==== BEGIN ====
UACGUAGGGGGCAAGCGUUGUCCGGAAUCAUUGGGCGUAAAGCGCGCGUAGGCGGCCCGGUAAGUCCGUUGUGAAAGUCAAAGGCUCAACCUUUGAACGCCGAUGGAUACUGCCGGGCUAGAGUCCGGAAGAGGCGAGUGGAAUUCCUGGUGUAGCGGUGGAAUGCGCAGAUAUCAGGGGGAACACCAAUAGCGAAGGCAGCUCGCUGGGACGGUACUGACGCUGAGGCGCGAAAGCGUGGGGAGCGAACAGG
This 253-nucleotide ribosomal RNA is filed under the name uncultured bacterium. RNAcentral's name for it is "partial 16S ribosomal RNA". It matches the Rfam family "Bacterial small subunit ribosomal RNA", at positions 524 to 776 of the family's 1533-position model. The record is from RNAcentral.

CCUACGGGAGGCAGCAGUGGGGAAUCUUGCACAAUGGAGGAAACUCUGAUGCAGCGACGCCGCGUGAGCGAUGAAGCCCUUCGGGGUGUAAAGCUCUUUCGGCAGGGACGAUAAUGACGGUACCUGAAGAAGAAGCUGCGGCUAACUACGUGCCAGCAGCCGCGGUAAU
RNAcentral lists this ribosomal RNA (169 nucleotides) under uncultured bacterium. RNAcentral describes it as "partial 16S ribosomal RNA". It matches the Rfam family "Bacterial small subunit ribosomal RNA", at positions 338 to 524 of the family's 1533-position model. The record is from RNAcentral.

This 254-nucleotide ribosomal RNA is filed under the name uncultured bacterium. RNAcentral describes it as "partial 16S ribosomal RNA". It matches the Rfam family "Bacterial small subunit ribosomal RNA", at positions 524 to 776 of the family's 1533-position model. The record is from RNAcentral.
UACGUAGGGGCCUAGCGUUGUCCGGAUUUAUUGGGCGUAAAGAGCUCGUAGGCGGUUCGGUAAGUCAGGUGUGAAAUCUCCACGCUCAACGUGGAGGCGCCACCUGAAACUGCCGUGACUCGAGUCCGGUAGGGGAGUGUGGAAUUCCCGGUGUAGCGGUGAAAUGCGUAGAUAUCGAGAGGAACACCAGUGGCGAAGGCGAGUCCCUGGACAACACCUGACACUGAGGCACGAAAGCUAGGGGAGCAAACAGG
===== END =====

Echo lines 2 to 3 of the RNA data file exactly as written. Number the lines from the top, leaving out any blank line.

This 253-nucleotide ribosomal RNA is filed under the name uncultured bacterium. RNAcentral's name for it is "partial 16S ribosomal RNA". It matches the Rfam family "Bacterial small subunit ribosomal RNA", at positions 524 to 776 of the family's 1533-position model. The record is from RNAcentral.

CCUACGGGAGGCAGCAGUGGGGAAUCUUGCACAAUGGAGGAAACUCUGAUGCAGCGACGCCGCGUGAGCGAUGAAGCCCUUCGGGGUGUAAAGCUCUUUCGGCAGGGACGAUAAUGACGGUACCUGAAGAAGAAGCUGCGGCUAACUACGUGCCAGCAGCCGCGGUAAU